When I was reading Out of Africa and Shadows on the Grass the thought emerged from the recesses of my head that a book is a wonderful thing - one person shares how they perceive the world with unknown people. For reasons I don't pretend to understand that idea didn't consolidate into the review
Jul 23, 2012 rated it really liked it
Shelves: british, bloomsbury
An interesting view from one of the twentieth centuries great writers. Woolf who never shied away from doing things differently again pushes the limits for her time. Woolf who was lucky enough to have a room of her own and a source of income looks at the past and her present and offers some thoughts. What if Shakespeare had an equally talented sister? Would we know her or would she have been married off or a servant? She also writes as a female narrator who explores the role of women writers for ...more
What a brilliant book! I'm overwhelmed and find hard to compose my thoughts. But I must let them out here.

The book or rather the essay contains Ms. Woolf's famous quote "a woman must have money and room of her own if she is to write fiction". Throughout the essay she emphasizes her point drawing many examples of women writers in comparison to their counterparts. When I dig deep into her meaning of the above quotation, I found that Ms. Woolf does not mean only about having money and privacy to w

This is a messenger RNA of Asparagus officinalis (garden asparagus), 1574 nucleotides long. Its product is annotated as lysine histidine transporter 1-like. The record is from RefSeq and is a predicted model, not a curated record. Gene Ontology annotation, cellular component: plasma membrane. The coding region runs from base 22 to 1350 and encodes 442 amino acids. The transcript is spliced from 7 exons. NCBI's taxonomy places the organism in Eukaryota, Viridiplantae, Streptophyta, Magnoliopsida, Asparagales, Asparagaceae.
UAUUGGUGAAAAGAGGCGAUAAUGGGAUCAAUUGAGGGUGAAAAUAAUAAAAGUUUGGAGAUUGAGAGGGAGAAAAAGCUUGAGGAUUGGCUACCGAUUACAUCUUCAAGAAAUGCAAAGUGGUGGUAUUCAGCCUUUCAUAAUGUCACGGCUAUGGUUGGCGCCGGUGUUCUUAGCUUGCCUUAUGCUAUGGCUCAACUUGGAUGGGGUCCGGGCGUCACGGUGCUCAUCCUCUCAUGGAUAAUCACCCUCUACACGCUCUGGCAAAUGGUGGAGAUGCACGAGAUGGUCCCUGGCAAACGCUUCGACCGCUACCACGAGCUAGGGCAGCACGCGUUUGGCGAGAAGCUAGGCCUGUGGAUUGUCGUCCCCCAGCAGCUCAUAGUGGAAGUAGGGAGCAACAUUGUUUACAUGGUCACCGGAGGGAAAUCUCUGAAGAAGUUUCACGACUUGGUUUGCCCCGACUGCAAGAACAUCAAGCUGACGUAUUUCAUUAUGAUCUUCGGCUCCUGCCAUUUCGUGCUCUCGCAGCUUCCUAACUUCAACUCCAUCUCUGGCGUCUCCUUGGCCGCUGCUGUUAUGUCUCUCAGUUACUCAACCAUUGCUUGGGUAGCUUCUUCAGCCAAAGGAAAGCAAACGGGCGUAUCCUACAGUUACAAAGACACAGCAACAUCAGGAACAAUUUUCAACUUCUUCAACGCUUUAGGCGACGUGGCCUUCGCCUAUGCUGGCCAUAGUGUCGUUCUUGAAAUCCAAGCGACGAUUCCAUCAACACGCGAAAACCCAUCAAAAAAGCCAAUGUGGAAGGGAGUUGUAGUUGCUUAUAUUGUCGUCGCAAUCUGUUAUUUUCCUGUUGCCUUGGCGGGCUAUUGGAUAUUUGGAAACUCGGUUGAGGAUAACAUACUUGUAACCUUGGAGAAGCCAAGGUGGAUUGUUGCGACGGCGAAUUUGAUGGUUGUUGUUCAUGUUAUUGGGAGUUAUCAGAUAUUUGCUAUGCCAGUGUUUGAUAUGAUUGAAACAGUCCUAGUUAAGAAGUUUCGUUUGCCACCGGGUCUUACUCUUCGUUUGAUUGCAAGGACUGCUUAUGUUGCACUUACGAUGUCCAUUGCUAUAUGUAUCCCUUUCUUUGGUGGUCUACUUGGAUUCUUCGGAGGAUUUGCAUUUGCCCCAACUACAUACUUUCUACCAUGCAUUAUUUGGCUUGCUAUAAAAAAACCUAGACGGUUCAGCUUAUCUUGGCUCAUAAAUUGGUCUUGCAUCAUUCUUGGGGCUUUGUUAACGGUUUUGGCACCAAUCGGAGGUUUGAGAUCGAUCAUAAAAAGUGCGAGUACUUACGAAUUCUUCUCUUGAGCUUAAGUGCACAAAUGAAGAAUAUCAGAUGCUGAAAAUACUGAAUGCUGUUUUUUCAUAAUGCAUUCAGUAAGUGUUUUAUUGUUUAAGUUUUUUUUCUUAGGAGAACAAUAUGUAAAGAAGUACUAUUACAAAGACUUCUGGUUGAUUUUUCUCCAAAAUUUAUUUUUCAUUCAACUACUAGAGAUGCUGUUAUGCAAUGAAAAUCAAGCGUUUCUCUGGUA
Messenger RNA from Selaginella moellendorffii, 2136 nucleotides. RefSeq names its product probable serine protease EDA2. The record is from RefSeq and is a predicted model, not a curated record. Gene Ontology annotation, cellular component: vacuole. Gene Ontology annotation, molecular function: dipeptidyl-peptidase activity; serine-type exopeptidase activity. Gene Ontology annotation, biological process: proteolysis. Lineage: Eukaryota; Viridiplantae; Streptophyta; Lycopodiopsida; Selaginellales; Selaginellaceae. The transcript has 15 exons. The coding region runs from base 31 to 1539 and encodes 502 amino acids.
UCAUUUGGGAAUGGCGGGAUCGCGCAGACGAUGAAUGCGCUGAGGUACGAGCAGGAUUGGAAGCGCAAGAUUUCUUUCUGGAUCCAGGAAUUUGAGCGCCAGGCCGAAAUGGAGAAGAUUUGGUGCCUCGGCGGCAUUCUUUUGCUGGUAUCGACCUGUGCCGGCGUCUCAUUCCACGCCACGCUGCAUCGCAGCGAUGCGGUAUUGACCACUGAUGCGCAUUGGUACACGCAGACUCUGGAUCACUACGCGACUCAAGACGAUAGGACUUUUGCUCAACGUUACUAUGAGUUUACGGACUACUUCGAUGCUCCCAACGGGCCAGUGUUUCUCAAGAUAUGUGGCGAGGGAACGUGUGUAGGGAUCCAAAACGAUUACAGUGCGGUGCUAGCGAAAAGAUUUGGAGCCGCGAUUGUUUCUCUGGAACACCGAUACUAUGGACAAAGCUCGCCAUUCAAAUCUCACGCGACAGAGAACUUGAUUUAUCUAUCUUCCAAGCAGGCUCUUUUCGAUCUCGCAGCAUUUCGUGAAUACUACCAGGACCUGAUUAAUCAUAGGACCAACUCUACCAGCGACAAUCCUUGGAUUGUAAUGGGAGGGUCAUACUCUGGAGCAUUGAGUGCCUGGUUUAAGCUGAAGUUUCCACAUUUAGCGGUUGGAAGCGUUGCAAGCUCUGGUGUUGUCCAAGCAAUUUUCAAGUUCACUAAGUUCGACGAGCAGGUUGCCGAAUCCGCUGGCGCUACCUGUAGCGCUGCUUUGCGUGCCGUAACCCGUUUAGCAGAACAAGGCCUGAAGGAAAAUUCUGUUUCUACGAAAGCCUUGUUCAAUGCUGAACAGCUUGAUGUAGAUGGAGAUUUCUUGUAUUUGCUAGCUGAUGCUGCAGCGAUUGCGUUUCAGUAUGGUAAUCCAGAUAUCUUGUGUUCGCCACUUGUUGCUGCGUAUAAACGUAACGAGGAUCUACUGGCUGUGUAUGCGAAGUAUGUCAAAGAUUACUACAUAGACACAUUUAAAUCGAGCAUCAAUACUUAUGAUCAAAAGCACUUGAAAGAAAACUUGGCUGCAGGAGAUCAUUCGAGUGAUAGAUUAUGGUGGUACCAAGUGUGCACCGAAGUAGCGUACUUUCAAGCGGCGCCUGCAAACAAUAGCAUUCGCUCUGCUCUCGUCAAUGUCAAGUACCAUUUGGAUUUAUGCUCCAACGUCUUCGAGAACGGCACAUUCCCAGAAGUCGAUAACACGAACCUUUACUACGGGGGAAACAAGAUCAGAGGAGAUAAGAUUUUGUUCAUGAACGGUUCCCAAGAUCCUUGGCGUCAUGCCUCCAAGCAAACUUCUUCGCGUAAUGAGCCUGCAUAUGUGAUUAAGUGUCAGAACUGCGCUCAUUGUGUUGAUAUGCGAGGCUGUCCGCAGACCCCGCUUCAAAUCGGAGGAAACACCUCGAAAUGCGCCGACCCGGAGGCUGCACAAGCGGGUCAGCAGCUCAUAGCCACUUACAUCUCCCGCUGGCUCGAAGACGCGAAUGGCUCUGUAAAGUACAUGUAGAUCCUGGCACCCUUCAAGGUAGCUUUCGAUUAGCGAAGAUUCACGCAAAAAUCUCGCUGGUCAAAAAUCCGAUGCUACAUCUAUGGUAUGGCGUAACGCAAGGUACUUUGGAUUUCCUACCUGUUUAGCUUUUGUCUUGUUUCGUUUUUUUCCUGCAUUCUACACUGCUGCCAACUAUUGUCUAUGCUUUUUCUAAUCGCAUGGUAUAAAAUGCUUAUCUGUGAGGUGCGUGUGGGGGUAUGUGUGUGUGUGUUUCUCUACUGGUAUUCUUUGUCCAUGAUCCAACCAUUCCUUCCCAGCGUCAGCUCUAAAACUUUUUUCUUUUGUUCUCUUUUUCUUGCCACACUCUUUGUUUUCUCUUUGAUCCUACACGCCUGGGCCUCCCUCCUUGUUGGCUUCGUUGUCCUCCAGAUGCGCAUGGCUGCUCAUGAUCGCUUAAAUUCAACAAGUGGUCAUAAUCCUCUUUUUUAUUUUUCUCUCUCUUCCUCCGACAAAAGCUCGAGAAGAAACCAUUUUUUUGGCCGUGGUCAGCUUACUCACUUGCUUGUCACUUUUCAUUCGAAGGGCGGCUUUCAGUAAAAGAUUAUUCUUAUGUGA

Lamento haber tardado tanto en leer un libro que atrapa desde el principio. Tener que soltarlo era un poquito doloroso, aunque hay una ventaja: no se termina tan rápido.

Una habitación propia (o A Room of Ones Own) es un ensayo que problematiza la autoría femenina desde algunos elementos que Woolf decide tomar para hablar de ello. En este caso, se dedica a la falta de un espacio en donde la mujer pueda escribir tranquila. Sin embargo, a medida que uno avanza la lectura se encuentra con otras
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(Adeline) Virginia Woolf was an English novelist and essayist regarded as one of the foremost modernist literary figures of the twentieth century.

During the interwar period, Woolf was a significant figure in London literary society and a member of the Bloomsbury Group. Her most famous works include the novels Mrs. Dalloway (1925), To the Lighthouse (1927), and Orlando (1928), and the book-length e
“I would venture to guess that Anon, who wrote so many poems without signing them, was often a woman.” 20862 likes
“Lock up your libraries if you like; but there is no gate, no lock, no bolt that you can set upon the freedom of my mind.” 10962 likes